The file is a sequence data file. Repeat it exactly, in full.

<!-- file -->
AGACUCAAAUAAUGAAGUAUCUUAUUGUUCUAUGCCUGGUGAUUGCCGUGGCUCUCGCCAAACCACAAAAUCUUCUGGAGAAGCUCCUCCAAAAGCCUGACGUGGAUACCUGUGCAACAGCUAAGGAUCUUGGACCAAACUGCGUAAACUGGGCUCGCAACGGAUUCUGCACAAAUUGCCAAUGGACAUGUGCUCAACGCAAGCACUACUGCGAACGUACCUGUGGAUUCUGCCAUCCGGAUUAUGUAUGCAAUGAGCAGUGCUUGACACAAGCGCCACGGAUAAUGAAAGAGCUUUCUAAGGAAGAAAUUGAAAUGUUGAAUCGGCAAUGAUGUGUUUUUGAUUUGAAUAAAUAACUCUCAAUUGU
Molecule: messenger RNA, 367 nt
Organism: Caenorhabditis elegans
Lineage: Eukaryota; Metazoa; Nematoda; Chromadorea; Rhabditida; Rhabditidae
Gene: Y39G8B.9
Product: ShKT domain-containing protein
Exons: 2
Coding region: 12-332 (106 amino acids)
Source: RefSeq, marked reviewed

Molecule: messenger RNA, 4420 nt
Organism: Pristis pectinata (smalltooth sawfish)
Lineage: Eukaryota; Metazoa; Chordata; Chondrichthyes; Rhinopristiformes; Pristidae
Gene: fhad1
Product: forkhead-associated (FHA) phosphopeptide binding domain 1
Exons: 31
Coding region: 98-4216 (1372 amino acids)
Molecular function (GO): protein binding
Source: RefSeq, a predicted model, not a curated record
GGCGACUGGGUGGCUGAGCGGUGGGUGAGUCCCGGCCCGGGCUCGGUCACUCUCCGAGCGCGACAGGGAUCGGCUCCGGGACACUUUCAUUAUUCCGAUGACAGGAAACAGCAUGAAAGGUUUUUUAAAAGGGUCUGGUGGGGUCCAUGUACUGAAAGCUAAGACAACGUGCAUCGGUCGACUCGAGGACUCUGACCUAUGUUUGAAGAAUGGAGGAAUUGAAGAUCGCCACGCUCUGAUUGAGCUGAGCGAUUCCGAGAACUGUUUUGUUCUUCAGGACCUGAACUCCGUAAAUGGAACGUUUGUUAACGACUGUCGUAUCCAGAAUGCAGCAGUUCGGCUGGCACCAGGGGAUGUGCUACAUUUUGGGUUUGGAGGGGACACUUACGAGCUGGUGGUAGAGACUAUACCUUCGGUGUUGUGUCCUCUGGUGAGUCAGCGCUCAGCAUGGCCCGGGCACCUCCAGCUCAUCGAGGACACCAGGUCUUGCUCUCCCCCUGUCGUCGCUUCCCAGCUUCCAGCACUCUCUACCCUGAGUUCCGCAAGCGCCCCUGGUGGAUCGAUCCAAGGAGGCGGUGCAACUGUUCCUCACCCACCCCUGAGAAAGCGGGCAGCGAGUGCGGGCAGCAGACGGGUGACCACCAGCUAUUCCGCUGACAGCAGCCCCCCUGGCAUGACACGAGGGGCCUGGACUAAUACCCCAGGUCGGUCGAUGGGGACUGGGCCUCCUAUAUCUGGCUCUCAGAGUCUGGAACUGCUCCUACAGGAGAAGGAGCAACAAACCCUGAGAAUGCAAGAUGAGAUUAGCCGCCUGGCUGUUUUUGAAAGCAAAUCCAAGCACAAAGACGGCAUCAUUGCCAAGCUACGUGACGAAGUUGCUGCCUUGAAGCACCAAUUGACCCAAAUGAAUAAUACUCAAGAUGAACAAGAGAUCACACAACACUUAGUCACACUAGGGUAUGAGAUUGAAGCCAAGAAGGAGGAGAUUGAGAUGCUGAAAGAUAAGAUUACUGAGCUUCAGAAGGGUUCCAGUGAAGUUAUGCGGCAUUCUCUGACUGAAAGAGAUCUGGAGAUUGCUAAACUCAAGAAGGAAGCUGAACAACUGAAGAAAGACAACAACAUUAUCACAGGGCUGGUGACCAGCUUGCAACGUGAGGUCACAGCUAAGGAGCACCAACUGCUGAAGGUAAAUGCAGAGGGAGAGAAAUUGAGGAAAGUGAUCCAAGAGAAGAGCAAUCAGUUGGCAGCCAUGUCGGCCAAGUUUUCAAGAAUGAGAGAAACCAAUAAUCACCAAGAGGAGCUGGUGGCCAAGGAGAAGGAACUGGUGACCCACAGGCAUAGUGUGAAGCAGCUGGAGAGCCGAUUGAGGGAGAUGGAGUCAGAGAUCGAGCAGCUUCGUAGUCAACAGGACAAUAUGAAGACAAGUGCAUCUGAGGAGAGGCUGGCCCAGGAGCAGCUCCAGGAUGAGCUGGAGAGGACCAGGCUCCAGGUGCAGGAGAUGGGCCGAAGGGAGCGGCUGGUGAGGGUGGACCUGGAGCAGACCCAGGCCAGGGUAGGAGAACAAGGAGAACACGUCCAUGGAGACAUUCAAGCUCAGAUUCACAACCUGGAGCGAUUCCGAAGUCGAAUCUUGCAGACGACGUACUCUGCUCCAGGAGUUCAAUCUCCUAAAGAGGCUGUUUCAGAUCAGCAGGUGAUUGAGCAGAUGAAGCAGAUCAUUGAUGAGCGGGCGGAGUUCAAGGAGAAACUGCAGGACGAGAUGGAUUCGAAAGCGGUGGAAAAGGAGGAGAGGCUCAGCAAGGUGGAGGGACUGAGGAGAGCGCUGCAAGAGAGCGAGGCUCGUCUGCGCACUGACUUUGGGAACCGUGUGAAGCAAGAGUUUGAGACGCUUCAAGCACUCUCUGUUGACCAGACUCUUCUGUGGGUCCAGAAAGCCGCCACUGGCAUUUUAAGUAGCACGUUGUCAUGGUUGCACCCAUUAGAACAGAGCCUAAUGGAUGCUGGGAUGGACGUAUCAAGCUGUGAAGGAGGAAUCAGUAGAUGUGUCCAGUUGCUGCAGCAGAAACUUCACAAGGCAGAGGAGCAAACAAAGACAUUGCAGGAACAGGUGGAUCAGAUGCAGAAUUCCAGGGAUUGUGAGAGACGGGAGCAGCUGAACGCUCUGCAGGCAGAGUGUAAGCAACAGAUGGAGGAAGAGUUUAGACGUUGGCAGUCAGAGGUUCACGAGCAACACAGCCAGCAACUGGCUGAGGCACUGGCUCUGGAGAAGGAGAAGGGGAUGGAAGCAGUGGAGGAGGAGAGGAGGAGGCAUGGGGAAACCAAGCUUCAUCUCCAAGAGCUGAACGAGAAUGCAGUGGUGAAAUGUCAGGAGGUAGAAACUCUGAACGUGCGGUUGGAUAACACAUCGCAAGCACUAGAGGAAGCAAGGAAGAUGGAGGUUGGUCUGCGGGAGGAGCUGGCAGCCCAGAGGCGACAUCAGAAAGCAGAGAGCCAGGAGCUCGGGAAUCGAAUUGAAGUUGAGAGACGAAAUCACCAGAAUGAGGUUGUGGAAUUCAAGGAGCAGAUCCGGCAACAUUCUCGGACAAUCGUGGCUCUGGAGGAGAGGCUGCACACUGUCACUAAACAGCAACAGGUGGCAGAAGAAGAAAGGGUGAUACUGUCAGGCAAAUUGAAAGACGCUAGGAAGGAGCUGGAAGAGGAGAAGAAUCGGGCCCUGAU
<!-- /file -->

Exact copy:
AGACUCAAAUAAUGAAGUAUCUUAUUGUUCUAUGCCUGGUGAUUGCCGUGGCUCUCGCCAAACCACAAAAUCUUCUGGAGAAGCUCCUCCAAAAGCCUGACGUGGAUACCUGUGCAACAGCUAAGGAUCUUGGACCAAACUGCGUAAACUGGGCUCGCAACGGAUUCUGCACAAAUUGCCAAUGGACAUGUGCUCAACGCAAGCACUACUGCGAACGUACCUGUGGAUUCUGCCAUCCGGAUUAUGUAUGCAAUGAGCAGUGCUUGACACAAGCGCCACGGAUAAUGAAAGAGCUUUCUAAGGAAGAAAUUGAAAUGUUGAAUCGGCAAUGAUGUGUUUUUGAUUUGAAUAAAUAACUCUCAAUUGU
Molecule: messenger RNA, 367 nt
Organism: Caenorhabditis elegans
Lineage: Eukaryota; Metazoa; Nematoda; Chromadorea; Rhabditida; Rhabditidae
Gene: Y39G8B.9
Product: ShKT domain-containing protein
Exons: 2
Coding region: 12-332 (106 amino acids)
Source: RefSeq, marked reviewed

Molecule: messenger RNA, 4420 nt
Organism: Pristis pectinata (smalltooth sawfish)
Lineage: Eukaryota; Metazoa; Chordata; Chondrichthyes; Rhinopristiformes; Pristidae
Gene: fhad1
Product: forkhead-associated (FHA) phosphopeptide binding domain 1
Exons: 31
Coding region: 98-4216 (1372 amino acids)
Molecular function (GO): protein binding
Source: RefSeq, a predicted model, not a curated record
GGCGACUGGGUGGCUGAGCGGUGGGUGAGUCCCGGCCCGGGCUCGGUCACUCUCCGAGCGCGACAGGGAUCGGCUCCGGGACACUUUCAUUAUUCCGAUGACAGGAAACAGCAUGAAAGGUUUUUUAAAAGGGUCUGGUGGGGUCCAUGUACUGAAAGCUAAGACAACGUGCAUCGGUCGACUCGAGGACUCUGACCUAUGUUUGAAGAAUGGAGGAAUUGAAGAUCGCCACGCUCUGAUUGAGCUGAGCGAUUCCGAGAACUGUUUUGUUCUUCAGGACCUGAACUCCGUAAAUGGAACGUUUGUUAACGACUGUCGUAUCCAGAAUGCAGCAGUUCGGCUGGCACCAGGGGAUGUGCUACAUUUUGGGUUUGGAGGGGACACUUACGAGCUGGUGGUAGAGACUAUACCUUCGGUGUUGUGUCCUCUGGUGAGUCAGCGCUCAGCAUGGCCCGGGCACCUCCAGCUCAUCGAGGACACCAGGUCUUGCUCUCCCCCUGUCGUCGCUUCCCAGCUUCCAGCACUCUCUACCCUGAGUUCCGCAAGCGCCCCUGGUGGAUCGAUCCAAGGAGGCGGUGCAACUGUUCCUCACCCACCCCUGAGAAAGCGGGCAGCGAGUGCGGGCAGCAGACGGGUGACCACCAGCUAUUCCGCUGACAGCAGCCCCCCUGGCAUGACACGAGGGGCCUGGACUAAUACCCCAGGUCGGUCGAUGGGGACUGGGCCUCCUAUAUCUGGCUCUCAGAGUCUGGAACUGCUCCUACAGGAGAAGGAGCAACAAACCCUGAGAAUGCAAGAUGAGAUUAGCCGCCUGGCUGUUUUUGAAAGCAAAUCCAAGCACAAAGACGGCAUCAUUGCCAAGCUACGUGACGAAGUUGCUGCCUUGAAGCACCAAUUGACCCAAAUGAAUAAUACUCAAGAUGAACAAGAGAUCACACAACACUUAGUCACACUAGGGUAUGAGAUUGAAGCCAAGAAGGAGGAGAUUGAGAUGCUGAAAGAUAAGAUUACUGAGCUUCAGAAGGGUUCCAGUGAAGUUAUGCGGCAUUCUCUGACUGAAAGAGAUCUGGAGAUUGCUAAACUCAAGAAGGAAGCUGAACAACUGAAGAAAGACAACAACAUUAUCACAGGGCUGGUGACCAGCUUGCAACGUGAGGUCACAGCUAAGGAGCACCAACUGCUGAAGGUAAAUGCAGAGGGAGAGAAAUUGAGGAAAGUGAUCCAAGAGAAGAGCAAUCAGUUGGCAGCCAUGUCGGCCAAGUUUUCAAGAAUGAGAGAAACCAAUAAUCACCAAGAGGAGCUGGUGGCCAAGGAGAAGGAACUGGUGACCCACAGGCAUAGUGUGAAGCAGCUGGAGAGCCGAUUGAGGGAGAUGGAGUCAGAGAUCGAGCAGCUUCGUAGUCAACAGGACAAUAUGAAGACAAGUGCAUCUGAGGAGAGGCUGGCCCAGGAGCAGCUCCAGGAUGAGCUGGAGAGGACCAGGCUCCAGGUGCAGGAGAUGGGCCGAAGGGAGCGGCUGGUGAGGGUGGACCUGGAGCAGACCCAGGCCAGGGUAGGAGAACAAGGAGAACACGUCCAUGGAGACAUUCAAGCUCAGAUUCACAACCUGGAGCGAUUCCGAAGUCGAAUCUUGCAGACGACGUACUCUGCUCCAGGAGUUCAAUCUCCUAAAGAGGCUGUUUCAGAUCAGCAGGUGAUUGAGCAGAUGAAGCAGAUCAUUGAUGAGCGGGCGGAGUUCAAGGAGAAACUGCAGGACGAGAUGGAUUCGAAAGCGGUGGAAAAGGAGGAGAGGCUCAGCAAGGUGGAGGGACUGAGGAGAGCGCUGCAAGAGAGCGAGGCUCGUCUGCGCACUGACUUUGGGAACCGUGUGAAGCAAGAGUUUGAGACGCUUCAAGCACUCUCUGUUGACCAGACUCUUCUGUGGGUCCAGAAAGCCGCCACUGGCAUUUUAAGUAGCACGUUGUCAUGGUUGCACCCAUUAGAACAGAGCCUAAUGGAUGCUGGGAUGGACGUAUCAAGCUGUGAAGGAGGAAUCAGUAGAUGUGUCCAGUUGCUGCAGCAGAAACUUCACAAGGCAGAGGAGCAAACAAAGACAUUGCAGGAACAGGUGGAUCAGAUGCAGAAUUCCAGGGAUUGUGAGAGACGGGAGCAGCUGAACGCUCUGCAGGCAGAGUGUAAGCAACAGAUGGAGGAAGAGUUUAGACGUUGGCAGUCAGAGGUUCACGAGCAACACAGCCAGCAACUGGCUGAGGCACUGGCUCUGGAGAAGGAGAAGGGGAUGGAAGCAGUGGAGGAGGAGAGGAGGAGGCAUGGGGAAACCAAGCUUCAUCUCCAAGAGCUGAACGAGAAUGCAGUGGUGAAAUGUCAGGAGGUAGAAACUCUGAACGUGCGGUUGGAUAACACAUCGCAAGCACUAGAGGAAGCAAGGAAGAUGGAGGUUGGUCUGCGGGAGGAGCUGGCAGCCCAGAGGCGACAUCAGAAAGCAGAGAGCCAGGAGCUCGGGAAUCGAAUUGAAGUUGAGAGACGAAAUCACCAGAAUGAGGUUGUGGAAUUCAAGGAGCAGAUCCGGCAACAUUCUCGGACAAUCGUGGCUCUGGAGGAGAGGCUGCACACUGUCACUAAACAGCAACAGGUGGCAGAAGAAGAAAGGGUGAUACUGUCAGGCAAAUUGAAAGACGCUAGGAAGGAGCUGGAAGAGGAGAAGAAUCGGGCCCUGAU